There are loads of different wheels on display at the Tour de France, riders making their selection according to the type of stage they’re riding, the terrain and the conditions they’ll face.
Mid to deep-section rims have become increasingly popular over recent years as teams focus more on aerodynamics, and it’s now unusual to see anything less than about 35mm.
Not surprisingly given the number of teams Shimano sponsors, Dura-Ace wheels are everywhere in the pro peloton. This is Chris Froome’s Pinarello Dogma F10 fitted with C60s, the 60 referring to the rim depth in millimetres. Shimano’s official weights for the tubular versions are 666g (front) and 830g (rear).
Geraint Thomas, who has now left the race due to injury, had the C40s on this bike. Despite the name, the rims on these are actually 37mm deep. They’re a little lighter at 637g (front) and 747g (rear).
The Emonda is Trek’s superlight race bike and this one from the Trek Segafredo fleet is fitted with fairly deep section Bontrager Aeolus wheels.
This is one of Peter Sagan’s Tarmacs fitted with mid-depth Roval CLX 50 wheels, Roval being Specialized’s wheels brand. The wheelset weighs sub-1,400g and uses CeramicSpeed bearings.
Sagan was rocking deeper section Roval CLX 64s decorated with world champion stripes at the team presentation in Dusseldorf.
The CLX 50s seem to be the most popular choice among the Specialized sponsored teams: Bora-Hansgrohe and Quick Step. Here they are again on Fabio Sabatini’s Venge, for example.
And Marcel Kittel uses the disc brake version.
Dimension Data use wheels from Enve. The SES 3.4, designed to be a climbing wheel that also offers an aerodynamic advantage, is a popular choice among the team.
Reinardt Janse van Rensburg has here gone for an SES 3.4 on the front and a deeper section SES 4.5 at the rear.
It looks like Mark Cavendish, who has now crashed out of the race, was doing the same on this training ride ahead of the start.
Astana use wheels from French brand Corima.
This is Fabio Aru’s Argon 18 Gallium Pro fitted with MCC S+ wheels. They’re full-carbon with 32mm deep rims.
Even the quick release lever is carbon. It’s the little things that count!
AG2R now rides Factor bikes fitted with Mavic wheels. These are Cosmic Ultimates with full-carbon 40mm deep rims. The spokes are carbon too, as is the front hub body. This all drops the weight down to a claimed 1,250g for the wheelset (555g front, 695g rear). The Cosmic Ultimate is the wheel that you’ll see used most frequently by Mavic sponsored pro teams because of its light weight and a depth that’s suitable for a variety of terrains and conditions.
Lotto Soudal use equipment from Campagnolo and this wheel on Marcel Sieberg’s bike is a Bora Ultra 50. The rim is 50mm deep, 24mm wide and uses Campag’s 3Diamant braking surface where “advanced machinery and state of the art diamond tipped precision tools eliminate imperfections caused by non-homogenous resin deposits and allows the brake pad to work directly atop specially woven carbon fibres”. The process is intended to improve the braking performance in both wet and dry conditions.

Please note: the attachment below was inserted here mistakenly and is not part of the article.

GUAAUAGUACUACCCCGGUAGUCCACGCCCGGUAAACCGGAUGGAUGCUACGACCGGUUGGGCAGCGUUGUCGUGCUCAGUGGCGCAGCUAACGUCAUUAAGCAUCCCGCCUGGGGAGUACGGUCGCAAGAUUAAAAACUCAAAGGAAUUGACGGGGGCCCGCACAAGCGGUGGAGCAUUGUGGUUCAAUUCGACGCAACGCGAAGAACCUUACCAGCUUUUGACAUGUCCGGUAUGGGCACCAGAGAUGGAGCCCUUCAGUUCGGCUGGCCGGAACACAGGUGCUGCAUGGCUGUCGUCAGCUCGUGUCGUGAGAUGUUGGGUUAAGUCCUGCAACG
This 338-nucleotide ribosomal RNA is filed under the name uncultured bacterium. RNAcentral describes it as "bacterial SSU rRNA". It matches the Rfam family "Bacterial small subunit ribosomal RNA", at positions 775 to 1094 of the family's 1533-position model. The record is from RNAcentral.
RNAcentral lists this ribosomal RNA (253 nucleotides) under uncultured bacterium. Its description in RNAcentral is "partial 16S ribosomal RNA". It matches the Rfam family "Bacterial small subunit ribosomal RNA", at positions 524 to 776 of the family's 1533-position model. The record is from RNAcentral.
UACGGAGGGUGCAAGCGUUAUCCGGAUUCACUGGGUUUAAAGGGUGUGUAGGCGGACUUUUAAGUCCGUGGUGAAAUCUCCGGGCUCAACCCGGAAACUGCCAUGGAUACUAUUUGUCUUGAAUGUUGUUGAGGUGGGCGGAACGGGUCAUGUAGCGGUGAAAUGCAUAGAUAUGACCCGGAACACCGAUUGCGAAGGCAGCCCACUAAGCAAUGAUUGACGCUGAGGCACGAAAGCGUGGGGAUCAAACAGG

Ben Swift of UAE Team Emirates uses the same Bora Ultras with Campag’s G3 spoke pattern at the rear where the driveside is fitted with twice as many spokes as the non-driveside. The idea is that this handles the differing forces on the two sides of the wheel. Campag says that this system offers “better transfer of the driving torque, better lateral rigidity, reduction of the stress in the rear wheel spokes”.
Bahrain-Merida use wheels from Fulcrum, which is Campagnolo by another name. These Speed 55Ts have full-carbon rims the hubs and are fitted with CULT ceramic bearings.
Thomas Vockler has been rolling on Vision wheels. These aren’t labelled but they look like Metron 55 SLs with full-carbon rims that are 55mm deep and 24mm wide.
Aerodynamics is even more important in time trials. This disc wheel, on Warren Barguil’s Giant Trinity TT bike, is from Pro, which is a Shimano brand.
He has a 3-Spoke Textreme wheel on the front.
Loads of different disc wheels were used on the short, flat time trial on the opening day of this year’s Tour. This is a Fulcrum Speed 360T on a Wanty-Groupe Gobert Cube. Despite appearances it weighs only 865g although, obviously, a disc wheel is all about aerodynamics as opposed to weight.
This is a Mavic Comete on one of AG2R’s Factor Slick TT bikes.
And this is a Corima C+ Disc on the back of Dmitriy Gruzdev’s bike with a 3 Spoke HM carbon wheel up front.
Dimension Data use wheels from Enve, but Enve doesn’t make a disc wheel so those are HED wheels with most of the decals removed on the back of these TT bikes.
That looks like a logo-less HED on the back of Matteo Trentin’s Specialized Shiv too. The rest of the Quick Step’s wheels are from Roval.
It’s a similar situation over at Trek Segafredo where Zipp disc wheels get Bontrager logos. Sneaky!
Mat has been in cycling media since 1996, on titles including BikeRadar, Total Bike, Total Mountain Bike, What Mountain Bike and Mountain Biking UK, and he has been editor of 220 Triathlon and Cycling Plus. Mat has been road.cc technical editor for over a decade, testing bikes, fettling the latest kit, and trying out the most up-to-the-minute clothing. We send him off around the world to get all the news from launches and shows too. He has won his category in Ironman UK 70.3 and finished on the podium in both marathons he has run. Mat is a Cambridge graduate who did a post-grad in magazine journalism, and he is a winner of the Cycling Media Award for Specialist Online Writer. Now pushing 50, he's riding road and gravel bikes most days for fun and fitness rather than training for competitions.